When music journalists confront something bizarre and seductively novel, there occurs a fast chemical reaction. It’s uncomplex yet oddly inevitable: as the joint impulses of fear and embarrassment collide, the writer deploys a lightning succession of bands classifiable as ‘stylistically similar’ to said bizarre and seductive novelty, a ruse intended not just to clarify musical touchstones and fill page-space but to reaffirm his shining status as an elected critical authority, fully endowed to erect totems to his generation’s right and deserving artists.
It’s a relevant phenomenon when considering transgenre Glaswegians Two Wings, whose press to date is so pungent and flowery it could get you held at customs. But in fact the well-travelled four piece, whose fusion of avant-garde with traditional folk bodes well for a burgeoning avant-bard scene, are divergent enough to lend eccentric critical shorthand an air of credibility. Look at ‘Loveless’, which is resemblant of a Kate Bush-curated tribute to the creative genius of Henry VIII; ‘We Can Show You More’, the ballad of Alisdair Roberts in Disneyland; and best of all ‘Adieu’, a ceremonial waltz that vogues down the aisle with beseeching vocals and double-track guitars like latter-day Abba featuring early Tom Verlaine. All these are surprisingly accurate descriptions, and yet you’re unlikely to credit them because super-soaking music in the verbiage of a dictionary-loving sex addict is the universal pursuit of music journalists everywhere.
Well, rest assured that Two Wings, being children of both Celtic improvisers Nalle and indie-folk’s Trembling Bells, are a very different kettle of fish. See, despite being the most palatable track here, ‘Peace-Fear’ really does sound like Stevie Nicks and Johnny Marr gargling champagne in the wings of a golden-era Guns’n’Roses video, and when Hanna Tuulikki squeals high and mighty on ‘Stranger’, a punchy folk-rock reaper ballad, it’s entirely reasonable - conservative even - to compare her with Throwing Muses-era Kristin Hersh being throttled by snakes in early-Eighties Glasgow, desperately activating a nearby fire extinguisher and powerblasting her thorax as Postcard Records staff look on with terror.
Maybe you remain unconvinced by the linguistic cascade that harries Two Wings, who jointly salute Memphis Soul and Pan-Celtic folk not with self-mockery or crudeness but commendable and whole-hearted sincerity, and nobody here blames you. Indeed it’s hard to believe that, reading an ostensibly professional review of A Wake (and specifically closing track ‘Go to Sleep’), you’d find yourself implored to imagine preteen Joanna Newsom eyeing up a pubescent Shane McGowan in a post-ceremonial céilidh hall, where frail couples nuzzle on fold-up chairs as toddlers doze in the recesses, and furthermore to envisage said preteen pair rising together in arms, cracking shy smiles and breaking into an almighty cosmic jig, dazzling stars of the dance at last - and yet that in imploring you to do so the author might not be hyperbolic or imprisonably kooky but in fact fully justified and sane, dutiful. This is nonetheless the attitude with which open-minded readers will approach such coverage of A Wake, the questing Scottish group’s relentlessly baffling, sometimes brilliant second album.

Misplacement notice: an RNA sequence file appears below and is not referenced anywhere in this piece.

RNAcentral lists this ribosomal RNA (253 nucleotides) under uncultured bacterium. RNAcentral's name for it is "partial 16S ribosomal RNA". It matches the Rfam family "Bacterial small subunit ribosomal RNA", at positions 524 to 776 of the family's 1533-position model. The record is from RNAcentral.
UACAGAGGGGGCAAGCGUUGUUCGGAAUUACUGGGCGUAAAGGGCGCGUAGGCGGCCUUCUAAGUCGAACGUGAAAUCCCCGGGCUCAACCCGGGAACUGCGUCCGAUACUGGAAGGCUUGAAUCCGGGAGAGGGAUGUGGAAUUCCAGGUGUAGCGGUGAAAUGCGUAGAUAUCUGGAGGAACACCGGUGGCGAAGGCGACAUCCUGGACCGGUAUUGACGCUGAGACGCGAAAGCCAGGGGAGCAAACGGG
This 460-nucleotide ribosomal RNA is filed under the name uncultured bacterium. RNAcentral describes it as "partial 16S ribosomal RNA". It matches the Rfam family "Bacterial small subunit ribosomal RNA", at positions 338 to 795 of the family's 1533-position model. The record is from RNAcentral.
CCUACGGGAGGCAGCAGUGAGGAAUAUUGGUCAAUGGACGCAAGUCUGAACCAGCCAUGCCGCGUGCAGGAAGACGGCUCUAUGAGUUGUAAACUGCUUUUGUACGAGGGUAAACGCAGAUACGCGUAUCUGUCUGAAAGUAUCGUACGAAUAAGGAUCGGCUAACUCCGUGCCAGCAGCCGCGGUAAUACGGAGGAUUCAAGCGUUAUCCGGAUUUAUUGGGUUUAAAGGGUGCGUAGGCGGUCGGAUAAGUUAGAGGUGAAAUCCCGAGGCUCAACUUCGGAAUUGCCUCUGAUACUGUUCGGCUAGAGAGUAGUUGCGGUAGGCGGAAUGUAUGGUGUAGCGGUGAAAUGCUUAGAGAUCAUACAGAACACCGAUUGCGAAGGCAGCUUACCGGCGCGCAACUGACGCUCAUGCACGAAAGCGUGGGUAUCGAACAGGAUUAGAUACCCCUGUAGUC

The pet project of Hanna Tuulikki and Ben Reynolds, who met on Glasgow’s improvised music scene, Two Wings sees the pair’s experimental roots flourishing into the sun. The result is an anachronistic, multicultural band that captures the magical aliveness of those years when musical self-definition and -classification vanished behind the transcendent thrill of a pop tune that pierces like a lance. As such, Two Wings are practically immune to criticism, and you have to suspect their music is so ostentatious and beamingly majestic that, in big-picture terms, it’ll barely impact their celestial radar to predict that A Wake will strongly evoke in resistant listeners the dubious pleasure of hearing Andy’s Records Bargain Bin highlights performed by Bruce Springsteen to an international LARPing convention.
6Jazz Monroe's Score